Scottish Welfare Fund annual spend hits £35 million.
People in crisis made more than 165,000 successful applications to the Scottish Welfare Fund in the last financial year, according to new statistics.
The Fund paid out £35 million, including £10.4 million in Crisis Grants to people in financial emergency, such as those struggling on low incomes or benefits – a 14% increase on 2017-18. The money helped people with essentials such as food, heating costs and household items.
A further £24.8 million in Community Care Grants helped those facing extreme financial pressures with one-off costs for purchases including beds, washing machines and cookers.
The Scottish Welfare Fund is part of an annual package of over £125 million to mitigate against the impact of UK Government welfare cuts. Since its launch in April 2013, the Fund has paid out more than £200 million to support over 336,000 households, with a third of recipients being families with children.
Social Security Secretary Shirley-Anne Somerville said:
“We would much rather these resources were invested in anti-poverty measures than protecting our people from another government’s cuts – a positon the UN Special Rapporteur on Poverty recently described as outrageous and unsustainable.
“The fact that so many households in Scotland are in need of emergency financial help is appalling, and a sad indictment of the UK Government’s record on austerity and welfare changes.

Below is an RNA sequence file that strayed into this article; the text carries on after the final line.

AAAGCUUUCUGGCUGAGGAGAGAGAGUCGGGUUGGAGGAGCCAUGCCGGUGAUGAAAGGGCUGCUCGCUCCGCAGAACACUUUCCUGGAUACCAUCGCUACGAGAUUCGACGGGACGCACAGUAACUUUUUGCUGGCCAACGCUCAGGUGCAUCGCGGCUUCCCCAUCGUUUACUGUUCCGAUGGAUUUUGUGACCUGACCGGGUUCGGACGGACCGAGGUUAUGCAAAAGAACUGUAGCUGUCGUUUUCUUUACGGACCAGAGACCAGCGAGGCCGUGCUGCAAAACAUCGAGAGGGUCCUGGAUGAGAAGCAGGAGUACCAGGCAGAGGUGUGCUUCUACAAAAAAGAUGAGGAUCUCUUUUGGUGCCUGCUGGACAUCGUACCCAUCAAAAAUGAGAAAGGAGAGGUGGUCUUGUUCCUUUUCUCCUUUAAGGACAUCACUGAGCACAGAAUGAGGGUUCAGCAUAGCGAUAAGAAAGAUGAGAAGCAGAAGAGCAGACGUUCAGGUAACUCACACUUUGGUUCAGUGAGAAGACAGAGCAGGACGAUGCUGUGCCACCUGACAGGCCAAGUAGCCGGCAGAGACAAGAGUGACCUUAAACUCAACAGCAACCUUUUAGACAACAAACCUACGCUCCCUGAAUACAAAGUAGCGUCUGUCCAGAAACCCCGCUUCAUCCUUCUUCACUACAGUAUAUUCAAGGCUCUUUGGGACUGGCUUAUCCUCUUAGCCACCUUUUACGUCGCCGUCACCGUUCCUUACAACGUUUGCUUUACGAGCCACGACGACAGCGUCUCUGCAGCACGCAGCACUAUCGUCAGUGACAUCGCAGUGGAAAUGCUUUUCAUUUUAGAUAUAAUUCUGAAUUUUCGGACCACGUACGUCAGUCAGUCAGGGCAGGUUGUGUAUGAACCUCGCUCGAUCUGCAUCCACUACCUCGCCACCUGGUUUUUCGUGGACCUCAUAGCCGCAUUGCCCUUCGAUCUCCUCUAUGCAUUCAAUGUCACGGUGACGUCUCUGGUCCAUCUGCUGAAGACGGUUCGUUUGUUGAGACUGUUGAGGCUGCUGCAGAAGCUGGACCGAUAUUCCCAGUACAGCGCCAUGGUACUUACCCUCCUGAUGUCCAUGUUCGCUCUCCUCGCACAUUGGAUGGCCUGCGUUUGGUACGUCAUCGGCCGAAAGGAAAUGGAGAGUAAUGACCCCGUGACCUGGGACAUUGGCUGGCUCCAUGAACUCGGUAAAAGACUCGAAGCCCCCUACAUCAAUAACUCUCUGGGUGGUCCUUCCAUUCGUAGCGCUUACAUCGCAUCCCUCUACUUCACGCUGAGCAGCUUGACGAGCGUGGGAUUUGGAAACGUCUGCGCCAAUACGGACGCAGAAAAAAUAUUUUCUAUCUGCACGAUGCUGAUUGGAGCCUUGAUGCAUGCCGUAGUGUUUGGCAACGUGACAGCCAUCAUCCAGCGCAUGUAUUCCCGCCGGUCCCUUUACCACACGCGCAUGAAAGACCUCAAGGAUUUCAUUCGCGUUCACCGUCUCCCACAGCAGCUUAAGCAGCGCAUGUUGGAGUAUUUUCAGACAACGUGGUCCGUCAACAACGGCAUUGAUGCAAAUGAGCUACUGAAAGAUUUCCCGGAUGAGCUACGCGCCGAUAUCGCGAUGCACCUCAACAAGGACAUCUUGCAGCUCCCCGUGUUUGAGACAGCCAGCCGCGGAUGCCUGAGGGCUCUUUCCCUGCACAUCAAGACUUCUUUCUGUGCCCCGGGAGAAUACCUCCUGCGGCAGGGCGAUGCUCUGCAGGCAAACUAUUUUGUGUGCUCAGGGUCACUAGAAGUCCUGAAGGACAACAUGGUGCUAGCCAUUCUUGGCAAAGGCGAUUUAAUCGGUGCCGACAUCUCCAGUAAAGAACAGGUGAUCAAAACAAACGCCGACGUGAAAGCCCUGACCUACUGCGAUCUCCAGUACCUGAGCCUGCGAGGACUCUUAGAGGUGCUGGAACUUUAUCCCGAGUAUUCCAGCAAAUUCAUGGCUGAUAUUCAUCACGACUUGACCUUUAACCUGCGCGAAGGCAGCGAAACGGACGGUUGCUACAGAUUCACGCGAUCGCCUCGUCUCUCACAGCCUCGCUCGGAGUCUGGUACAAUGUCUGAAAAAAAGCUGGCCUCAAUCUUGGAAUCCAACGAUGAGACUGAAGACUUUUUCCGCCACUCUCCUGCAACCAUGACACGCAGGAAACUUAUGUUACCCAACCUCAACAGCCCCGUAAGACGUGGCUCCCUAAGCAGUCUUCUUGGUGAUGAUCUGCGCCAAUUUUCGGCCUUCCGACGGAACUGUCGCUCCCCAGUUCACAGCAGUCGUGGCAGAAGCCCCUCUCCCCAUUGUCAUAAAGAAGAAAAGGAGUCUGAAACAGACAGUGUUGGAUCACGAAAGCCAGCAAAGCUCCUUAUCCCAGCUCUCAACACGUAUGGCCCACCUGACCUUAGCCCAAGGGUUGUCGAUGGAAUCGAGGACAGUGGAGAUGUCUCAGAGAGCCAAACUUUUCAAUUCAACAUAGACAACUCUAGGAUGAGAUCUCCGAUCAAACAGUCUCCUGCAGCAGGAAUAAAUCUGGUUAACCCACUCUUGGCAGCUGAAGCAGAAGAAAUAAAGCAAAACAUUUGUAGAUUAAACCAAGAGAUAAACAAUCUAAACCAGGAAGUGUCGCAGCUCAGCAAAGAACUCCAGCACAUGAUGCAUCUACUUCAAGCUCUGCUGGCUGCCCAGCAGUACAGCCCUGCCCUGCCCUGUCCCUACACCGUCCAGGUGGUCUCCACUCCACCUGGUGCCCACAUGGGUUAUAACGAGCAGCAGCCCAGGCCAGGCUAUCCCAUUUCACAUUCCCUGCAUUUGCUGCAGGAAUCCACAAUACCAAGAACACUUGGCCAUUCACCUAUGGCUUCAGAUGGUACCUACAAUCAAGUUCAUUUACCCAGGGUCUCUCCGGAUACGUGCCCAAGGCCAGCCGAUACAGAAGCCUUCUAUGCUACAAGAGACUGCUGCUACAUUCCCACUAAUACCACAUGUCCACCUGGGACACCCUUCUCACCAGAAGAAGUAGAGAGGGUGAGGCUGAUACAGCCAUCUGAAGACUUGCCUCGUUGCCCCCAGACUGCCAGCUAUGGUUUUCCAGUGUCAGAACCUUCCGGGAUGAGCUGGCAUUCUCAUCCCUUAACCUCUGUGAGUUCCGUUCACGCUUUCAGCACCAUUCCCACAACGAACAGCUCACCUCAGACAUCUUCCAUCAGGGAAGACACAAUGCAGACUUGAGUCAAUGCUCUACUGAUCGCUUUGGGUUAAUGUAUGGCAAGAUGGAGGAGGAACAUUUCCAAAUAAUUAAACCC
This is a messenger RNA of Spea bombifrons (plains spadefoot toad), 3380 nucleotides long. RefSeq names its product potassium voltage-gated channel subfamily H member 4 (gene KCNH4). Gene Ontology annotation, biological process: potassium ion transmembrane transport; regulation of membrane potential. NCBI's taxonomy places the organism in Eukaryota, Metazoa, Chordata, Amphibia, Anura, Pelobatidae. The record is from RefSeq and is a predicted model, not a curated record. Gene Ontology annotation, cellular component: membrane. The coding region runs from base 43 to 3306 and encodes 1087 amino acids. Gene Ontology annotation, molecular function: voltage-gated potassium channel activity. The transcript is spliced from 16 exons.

“As their welfare cuts continue to cause harm and damage, we continue to do our best to mitigate against them and provide financial support to low income families and carers through new social security benefits.”
The Scottish Welfare Fund statistics are on the Scottish Government’s website
The Crisis Grant aims to help people in financial emergency, such as those struggling on low incomes or benefits
Community Care Grant aims to, among other things, help people set up home or help families facing exceptional pressures
In the UN Special Rapporteur on Poverty, Professor Philip Alston praised Scotland’s “ambitious” schemes for addressing poverty, including the Fairer Scotland Action Plan and the Tackling Child Poverty Delivery Plan. He noted Scotland’s “promising social security system, guided by the principles of dignity and social security as a human right, and co-designed with claimants on the basis of evidence”
The Scottish Government’s response to the Special Rapporteur’s report shows UK Government welfare cuts have increased the risk of deprivation for low-income families across Scotland